Is Your Brain Really Necessary?

by Greg Mackie

Source of material commented on: http://www.rense.com/general42/brain.htm

You may dismiss the title question as a real no brainer, but in so doing you may be closer to the truth than you realize. I recently encountered some remarkable research that suggests that at least for some people, the answer may be no. A British neurology professor named Dr. John Lorber (now deceased) collected several hundred case studies of people with “no detectable brain” who nonetheless lived perfectly normal lives and scored up to 120 on IQ tests.

One of Lorber’s early encounters with this phenomenon occurred when the campus doctor at his college referred a mathematics student to him. Lorber discovered that the student had hydrocephalus, a condition in which cerebrospinal fluid accumulates in the skull. It is usually fatal within the first few months of life if untreated, and those who do survive with the condition are often severely mentally impaired. Yet this student, who “had less than 1 millimetre of cerebral tissue covering the top of his spinal column,” was not only perfectly normal, but an academically excellent student who eventually graduated with honors.

What on earth is going on in these cases? No one really knows for sure, but a number of theories have been put forth. Lorber and other scientists have suggested that the functions of the brain are so redundant that even very small amounts of brain tissue are able to assume the functions of a normal brain. A related idea is the common notion that we use only ten percent or so of our brains anyway. However, recent brain research has suggested that different areas of the brain are highly specialized and thus (normally) necessary for proper functioning—the “ten percent” idea has largely been discarded. Then there are less conventional theories, such as the theory of memory put forward by biologist Rupert Sheldrake. Brain scientists have discovered that memory is not stored in any particular area of the brain, and Sheldrake speculates that the brain is “more like a radio receiver for tuning into the past” than a storehouse of data. The implication of Sheldrake’s theory is that at least some aspects of mind exist outside of the brain.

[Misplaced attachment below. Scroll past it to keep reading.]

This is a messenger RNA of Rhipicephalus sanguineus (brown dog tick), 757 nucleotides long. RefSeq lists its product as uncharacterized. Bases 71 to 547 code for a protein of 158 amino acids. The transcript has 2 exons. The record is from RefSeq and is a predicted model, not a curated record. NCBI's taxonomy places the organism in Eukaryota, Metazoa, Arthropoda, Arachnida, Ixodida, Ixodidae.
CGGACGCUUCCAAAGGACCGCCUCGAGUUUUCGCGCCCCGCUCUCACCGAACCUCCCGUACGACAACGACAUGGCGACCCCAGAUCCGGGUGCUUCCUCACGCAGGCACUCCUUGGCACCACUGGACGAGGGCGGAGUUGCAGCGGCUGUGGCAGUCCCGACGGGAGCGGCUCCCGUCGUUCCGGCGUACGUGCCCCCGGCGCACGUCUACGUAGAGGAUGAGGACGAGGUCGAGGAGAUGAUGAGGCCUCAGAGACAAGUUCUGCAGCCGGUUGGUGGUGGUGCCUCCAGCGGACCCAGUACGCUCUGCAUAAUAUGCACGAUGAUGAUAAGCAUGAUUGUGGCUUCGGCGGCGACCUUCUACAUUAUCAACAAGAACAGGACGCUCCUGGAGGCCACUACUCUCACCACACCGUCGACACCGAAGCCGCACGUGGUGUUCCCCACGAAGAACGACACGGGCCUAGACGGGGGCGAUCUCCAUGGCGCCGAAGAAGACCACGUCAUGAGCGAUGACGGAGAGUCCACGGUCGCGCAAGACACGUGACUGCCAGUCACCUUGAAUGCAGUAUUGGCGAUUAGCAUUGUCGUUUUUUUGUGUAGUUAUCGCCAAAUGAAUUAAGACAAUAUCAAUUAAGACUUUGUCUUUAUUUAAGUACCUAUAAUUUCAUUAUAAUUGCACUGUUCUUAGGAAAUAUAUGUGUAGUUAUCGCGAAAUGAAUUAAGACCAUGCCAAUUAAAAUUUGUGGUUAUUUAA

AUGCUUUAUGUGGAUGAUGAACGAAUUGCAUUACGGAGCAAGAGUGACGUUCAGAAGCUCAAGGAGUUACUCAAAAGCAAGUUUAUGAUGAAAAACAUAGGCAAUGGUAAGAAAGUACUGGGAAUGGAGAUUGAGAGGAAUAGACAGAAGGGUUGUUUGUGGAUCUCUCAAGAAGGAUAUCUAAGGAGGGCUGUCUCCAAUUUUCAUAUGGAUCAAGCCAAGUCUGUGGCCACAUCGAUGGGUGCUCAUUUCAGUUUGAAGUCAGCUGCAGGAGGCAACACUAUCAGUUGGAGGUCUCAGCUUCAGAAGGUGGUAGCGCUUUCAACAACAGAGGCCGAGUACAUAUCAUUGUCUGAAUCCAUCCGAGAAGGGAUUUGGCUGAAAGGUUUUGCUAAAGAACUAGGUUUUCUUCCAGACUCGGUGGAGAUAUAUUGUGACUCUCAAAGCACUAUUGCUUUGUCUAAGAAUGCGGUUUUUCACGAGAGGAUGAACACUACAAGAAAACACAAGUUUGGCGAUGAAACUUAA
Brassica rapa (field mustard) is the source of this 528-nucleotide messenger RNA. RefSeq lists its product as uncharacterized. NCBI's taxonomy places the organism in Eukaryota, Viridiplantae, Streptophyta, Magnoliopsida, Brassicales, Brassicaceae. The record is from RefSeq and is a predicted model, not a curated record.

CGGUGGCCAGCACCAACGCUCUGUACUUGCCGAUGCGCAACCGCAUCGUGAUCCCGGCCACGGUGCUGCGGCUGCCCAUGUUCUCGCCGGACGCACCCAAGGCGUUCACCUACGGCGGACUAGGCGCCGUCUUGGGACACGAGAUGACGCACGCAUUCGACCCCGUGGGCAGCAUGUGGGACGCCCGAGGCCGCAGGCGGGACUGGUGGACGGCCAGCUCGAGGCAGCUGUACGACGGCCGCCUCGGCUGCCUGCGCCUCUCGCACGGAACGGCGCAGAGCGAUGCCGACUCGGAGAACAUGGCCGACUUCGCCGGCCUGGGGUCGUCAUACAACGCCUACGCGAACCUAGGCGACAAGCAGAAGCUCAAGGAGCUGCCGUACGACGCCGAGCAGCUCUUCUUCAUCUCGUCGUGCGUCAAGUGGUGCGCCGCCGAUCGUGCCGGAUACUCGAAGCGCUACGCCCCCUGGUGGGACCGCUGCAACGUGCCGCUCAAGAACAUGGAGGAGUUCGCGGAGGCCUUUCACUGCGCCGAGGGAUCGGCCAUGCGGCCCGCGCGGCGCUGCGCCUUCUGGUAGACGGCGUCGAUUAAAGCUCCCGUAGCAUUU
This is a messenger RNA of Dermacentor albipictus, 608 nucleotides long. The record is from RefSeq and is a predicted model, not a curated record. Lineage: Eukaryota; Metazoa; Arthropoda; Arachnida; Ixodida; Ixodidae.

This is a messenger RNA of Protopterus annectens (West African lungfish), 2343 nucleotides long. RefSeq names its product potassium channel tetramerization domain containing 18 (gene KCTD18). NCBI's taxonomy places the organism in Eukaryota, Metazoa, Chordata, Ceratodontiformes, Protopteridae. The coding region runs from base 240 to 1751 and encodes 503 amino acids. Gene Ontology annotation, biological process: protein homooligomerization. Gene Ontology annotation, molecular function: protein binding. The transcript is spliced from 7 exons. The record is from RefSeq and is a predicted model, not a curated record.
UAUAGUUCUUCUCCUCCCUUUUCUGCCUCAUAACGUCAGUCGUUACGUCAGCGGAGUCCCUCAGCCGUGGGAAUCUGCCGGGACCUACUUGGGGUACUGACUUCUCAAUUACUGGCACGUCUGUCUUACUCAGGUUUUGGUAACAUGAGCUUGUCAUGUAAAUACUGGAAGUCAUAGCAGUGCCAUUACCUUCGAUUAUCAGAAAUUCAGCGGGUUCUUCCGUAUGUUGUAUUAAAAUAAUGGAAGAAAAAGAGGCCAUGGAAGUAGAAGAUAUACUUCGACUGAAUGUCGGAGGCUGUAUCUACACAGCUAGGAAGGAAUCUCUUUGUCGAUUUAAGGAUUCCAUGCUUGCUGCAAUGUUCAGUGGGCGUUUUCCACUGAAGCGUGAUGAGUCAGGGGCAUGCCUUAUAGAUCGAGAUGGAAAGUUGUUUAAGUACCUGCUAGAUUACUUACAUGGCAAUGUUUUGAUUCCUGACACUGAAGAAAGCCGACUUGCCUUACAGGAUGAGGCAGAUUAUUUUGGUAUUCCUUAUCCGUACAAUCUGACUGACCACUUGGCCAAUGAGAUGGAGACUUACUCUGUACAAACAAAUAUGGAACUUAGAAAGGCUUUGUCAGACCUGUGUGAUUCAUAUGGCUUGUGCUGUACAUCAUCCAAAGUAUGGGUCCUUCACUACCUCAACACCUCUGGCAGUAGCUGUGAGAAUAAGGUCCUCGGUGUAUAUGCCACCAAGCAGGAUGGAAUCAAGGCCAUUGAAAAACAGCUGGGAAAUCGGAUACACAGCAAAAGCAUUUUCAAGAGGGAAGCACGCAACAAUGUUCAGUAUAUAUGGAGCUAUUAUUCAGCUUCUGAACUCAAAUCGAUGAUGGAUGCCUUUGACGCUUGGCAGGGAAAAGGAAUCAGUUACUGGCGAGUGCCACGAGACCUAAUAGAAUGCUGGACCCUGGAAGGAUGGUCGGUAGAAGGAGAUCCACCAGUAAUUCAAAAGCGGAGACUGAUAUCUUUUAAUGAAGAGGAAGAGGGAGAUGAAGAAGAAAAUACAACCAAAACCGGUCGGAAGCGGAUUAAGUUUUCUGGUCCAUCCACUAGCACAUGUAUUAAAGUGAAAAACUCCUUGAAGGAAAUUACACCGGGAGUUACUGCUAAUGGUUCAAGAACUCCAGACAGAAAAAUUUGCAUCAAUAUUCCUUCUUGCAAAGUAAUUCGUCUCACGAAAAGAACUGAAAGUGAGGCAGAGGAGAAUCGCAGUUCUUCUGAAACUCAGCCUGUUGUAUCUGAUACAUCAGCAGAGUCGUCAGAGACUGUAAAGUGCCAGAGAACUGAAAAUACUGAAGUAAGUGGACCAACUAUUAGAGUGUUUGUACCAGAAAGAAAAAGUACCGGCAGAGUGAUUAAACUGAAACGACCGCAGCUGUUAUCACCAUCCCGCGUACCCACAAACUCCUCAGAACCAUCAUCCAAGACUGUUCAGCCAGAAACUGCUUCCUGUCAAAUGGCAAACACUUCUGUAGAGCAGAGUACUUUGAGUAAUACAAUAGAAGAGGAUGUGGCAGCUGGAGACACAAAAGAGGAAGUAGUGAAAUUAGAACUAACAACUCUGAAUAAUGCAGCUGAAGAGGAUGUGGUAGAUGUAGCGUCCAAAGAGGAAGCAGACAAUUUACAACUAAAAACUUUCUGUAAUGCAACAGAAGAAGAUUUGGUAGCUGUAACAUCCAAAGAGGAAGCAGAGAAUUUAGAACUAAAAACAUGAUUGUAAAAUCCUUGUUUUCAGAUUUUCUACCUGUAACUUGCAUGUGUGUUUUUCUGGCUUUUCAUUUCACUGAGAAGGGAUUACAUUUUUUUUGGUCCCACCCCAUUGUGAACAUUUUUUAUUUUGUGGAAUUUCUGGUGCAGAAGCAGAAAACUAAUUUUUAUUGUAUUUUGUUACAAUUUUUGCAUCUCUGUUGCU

A Course in Miracles goes even further than Sheldrake: It tells us that the mind is a purely nonphysical entity that exists entirely outside of the brain. This, of course, is the exact opposite of the conventional view; people everywhere believe that “their minds [are] trapped in their brain, and its powers…decline if their bodies are hurt” (T-13.In.2:7). But this, in the Course’s view, is simply an ego ruse designed to convince us that we are vulnerable physical beings rather than the limitless Sons of God we really are.

The Course’s insistence that our minds are not physical is so emphatic that it dismisses the whole idea that our brains can actually think as utterly preposterous:

You…believe the body’s brain can think. If you but understood the nature of thought, you could but laugh at this insane idea. It is as if you thought you held the match that lights the sun and gives it all its warmth; or that you held the world within your hand, securely bound until you let it go. Yet this is no more foolish than to believe…the brain can think. (W-pI.92.2:1-4)

The metaphors here are striking: Believing this tiny hunk of gray matter can produce thought is like believing that a tiny match could be the source of the sun’s light and warmth, or that your tiny hand could hold the entire world. That, according to the Course, is how absurd the idea of a thinking brain really is.

Is it really true that our minds are totally nonphysical? This would be a very difficult thing to prove. It must be admitted that there is plenty of physical evidence in support of the idea that the mind is a product of the brain; most of the time, the mind is impaired in its functioning when the brain is hurt. And even with cases like the ones Lorber collected, scientists may yet find a physical explanation for why these people are able to function so well. But the fact that at least some people with “no discernable brain” can think and function perfectly well does raise an intriguing possibility: Could the Course be right? Could the mind be entirely nonphysical? Could it be that your brain is not really necessary?

One Comment

  1. Pamela Reuben
    Posted June 27, 2016 at 4:03 am | Permalink

    This so reminds me of a miraculous testimony I once saw. This woman had gone blind due to some disease during her late teen years. She had a seven year old child and had never seen what her little girl looked like. However, both she and her husband believed in miracles and every night they prayed that God would heal her and one night, after over a decade of nightly prayer, it happened. The first thing she did was run into her child’s bedroom, turn on the light, and look at her daughter. Anyway, she called the eye doctor the next day and went in for an appointment telling him about her miracle. When she went to his office, he gave her a complete checkup. Then he looked at her and said, “You are NOT healed. Every single physical thing that was wrong with you is still wrong with you.” She responded by reading the eye chart behind him. She said that in the end, she concluded that she was seeing with her spirit and not her physical eyes and she didn’t care which it was. She just enjoyed being able to see once again. At the time I saw her testimony, she had been seeing for 20 years.

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